The Wilson Acreage
Another telegram arrived with more news about Junior:
At Aloe Field, Lt. Ralph Woods received a message from the chaplain asking if he would accompany Junior’s casket home to Iowa. He was nervous and sad, but honored to be chosen. He and Junior had bunked together, played basketball, and shared stories about their families.
Delbert would arrive at 4:30 the next morning. The Wilson house was so tiny, Doris and her toddler slept in a closet so Ralph Woods and Delbert could share the extra bed.
Decades later, Ralph remembered that he’d noticed the railroad removing the casket at the wrong station and stopped them. He also was self-conscious about a button being off on his shirt.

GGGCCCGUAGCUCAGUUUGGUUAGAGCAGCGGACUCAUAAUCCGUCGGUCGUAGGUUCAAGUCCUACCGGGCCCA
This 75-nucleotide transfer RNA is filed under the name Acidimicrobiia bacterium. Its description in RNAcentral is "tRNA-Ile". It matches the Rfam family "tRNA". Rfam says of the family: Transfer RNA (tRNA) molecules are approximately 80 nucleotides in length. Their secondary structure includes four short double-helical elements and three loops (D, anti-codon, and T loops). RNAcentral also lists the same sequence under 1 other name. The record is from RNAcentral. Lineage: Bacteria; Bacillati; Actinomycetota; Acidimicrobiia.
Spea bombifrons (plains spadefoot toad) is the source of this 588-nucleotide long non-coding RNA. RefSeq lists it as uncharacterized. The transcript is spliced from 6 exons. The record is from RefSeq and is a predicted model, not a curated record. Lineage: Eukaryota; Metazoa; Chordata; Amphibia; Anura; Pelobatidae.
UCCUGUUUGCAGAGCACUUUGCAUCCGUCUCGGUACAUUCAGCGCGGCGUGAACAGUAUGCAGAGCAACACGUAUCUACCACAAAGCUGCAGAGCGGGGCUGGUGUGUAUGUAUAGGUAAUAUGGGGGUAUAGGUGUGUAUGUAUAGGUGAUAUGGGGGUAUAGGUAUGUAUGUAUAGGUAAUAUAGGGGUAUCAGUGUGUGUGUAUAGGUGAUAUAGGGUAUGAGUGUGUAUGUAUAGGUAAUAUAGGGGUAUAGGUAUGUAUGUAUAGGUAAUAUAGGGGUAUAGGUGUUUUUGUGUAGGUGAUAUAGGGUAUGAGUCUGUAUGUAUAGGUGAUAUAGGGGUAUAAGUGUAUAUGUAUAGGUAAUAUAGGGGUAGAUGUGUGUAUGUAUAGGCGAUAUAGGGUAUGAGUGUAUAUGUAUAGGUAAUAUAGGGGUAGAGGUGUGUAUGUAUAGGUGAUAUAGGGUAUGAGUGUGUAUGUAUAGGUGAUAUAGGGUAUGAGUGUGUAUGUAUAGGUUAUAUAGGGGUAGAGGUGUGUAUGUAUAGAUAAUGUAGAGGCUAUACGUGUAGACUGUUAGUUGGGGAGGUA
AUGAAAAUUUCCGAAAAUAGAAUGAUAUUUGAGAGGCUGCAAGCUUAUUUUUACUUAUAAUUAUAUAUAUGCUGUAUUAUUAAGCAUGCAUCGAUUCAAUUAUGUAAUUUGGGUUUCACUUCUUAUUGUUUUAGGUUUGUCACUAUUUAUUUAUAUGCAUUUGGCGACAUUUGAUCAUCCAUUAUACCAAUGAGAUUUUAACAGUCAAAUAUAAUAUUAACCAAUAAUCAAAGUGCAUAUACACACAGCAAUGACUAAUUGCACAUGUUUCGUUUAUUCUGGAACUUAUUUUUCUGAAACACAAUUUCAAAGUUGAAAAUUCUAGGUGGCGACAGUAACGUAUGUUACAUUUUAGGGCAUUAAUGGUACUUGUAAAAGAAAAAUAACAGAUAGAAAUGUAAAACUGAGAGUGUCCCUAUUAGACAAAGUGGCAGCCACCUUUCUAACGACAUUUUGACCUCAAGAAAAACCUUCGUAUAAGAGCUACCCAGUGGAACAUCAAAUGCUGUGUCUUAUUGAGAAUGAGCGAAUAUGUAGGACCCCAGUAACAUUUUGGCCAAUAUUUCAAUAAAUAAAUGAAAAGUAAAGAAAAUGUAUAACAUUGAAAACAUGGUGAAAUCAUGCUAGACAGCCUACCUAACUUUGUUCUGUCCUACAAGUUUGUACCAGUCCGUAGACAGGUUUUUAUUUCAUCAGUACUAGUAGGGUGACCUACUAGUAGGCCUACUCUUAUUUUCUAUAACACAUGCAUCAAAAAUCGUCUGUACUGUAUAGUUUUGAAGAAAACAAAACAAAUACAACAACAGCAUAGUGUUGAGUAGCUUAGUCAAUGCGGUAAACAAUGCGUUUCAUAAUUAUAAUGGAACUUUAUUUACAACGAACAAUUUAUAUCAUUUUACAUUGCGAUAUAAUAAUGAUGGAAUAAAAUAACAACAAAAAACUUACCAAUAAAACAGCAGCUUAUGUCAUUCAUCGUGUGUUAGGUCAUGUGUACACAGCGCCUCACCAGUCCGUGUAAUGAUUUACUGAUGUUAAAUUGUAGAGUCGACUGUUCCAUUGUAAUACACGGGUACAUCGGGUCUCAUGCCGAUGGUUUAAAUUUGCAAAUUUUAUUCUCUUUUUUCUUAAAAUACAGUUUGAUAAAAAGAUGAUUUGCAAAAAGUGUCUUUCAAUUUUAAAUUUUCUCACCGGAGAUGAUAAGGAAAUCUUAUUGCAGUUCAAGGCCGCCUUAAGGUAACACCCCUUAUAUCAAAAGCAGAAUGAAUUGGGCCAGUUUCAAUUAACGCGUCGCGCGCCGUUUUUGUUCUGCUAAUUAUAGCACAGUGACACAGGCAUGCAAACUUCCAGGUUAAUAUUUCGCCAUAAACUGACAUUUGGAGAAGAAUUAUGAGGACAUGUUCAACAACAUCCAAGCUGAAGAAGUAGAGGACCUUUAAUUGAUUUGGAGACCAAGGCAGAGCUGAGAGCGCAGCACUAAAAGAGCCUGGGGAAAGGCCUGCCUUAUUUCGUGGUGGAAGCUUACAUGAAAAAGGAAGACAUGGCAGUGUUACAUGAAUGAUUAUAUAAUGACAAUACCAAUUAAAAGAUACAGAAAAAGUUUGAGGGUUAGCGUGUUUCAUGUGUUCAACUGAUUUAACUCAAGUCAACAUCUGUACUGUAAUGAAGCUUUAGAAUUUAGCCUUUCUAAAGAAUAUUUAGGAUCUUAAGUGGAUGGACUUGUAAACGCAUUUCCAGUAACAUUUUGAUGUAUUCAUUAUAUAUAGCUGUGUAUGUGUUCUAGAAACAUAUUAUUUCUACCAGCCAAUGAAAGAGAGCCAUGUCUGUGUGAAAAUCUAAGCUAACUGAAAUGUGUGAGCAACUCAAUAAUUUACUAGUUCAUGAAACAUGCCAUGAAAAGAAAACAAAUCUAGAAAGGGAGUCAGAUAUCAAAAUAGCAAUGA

Ralph Woods corresponded with me after Grandma Leora died. I’m still in contact with one of his daughters.
Leora’s Letters: The Story of Love and Loss for an Iowa Family During World War II is available from Amazon in paperback and ebook, also as an audiobook, narrated by Paul Berge.
It’s also the story behind the Wilson brothers featured on the Dallas County Freedom Rock at Minburn, Iowa. All five served. Only two came home.
🙁 so so sad 🙁
One can only imagine the grief the receipt of such a telegram caused. I’m glad the family had the foresight to preserve such records.
I was a toddler underfoot and don’t remember those terrible days. I’ve become their keeper and will eventually need to decide what to do with them.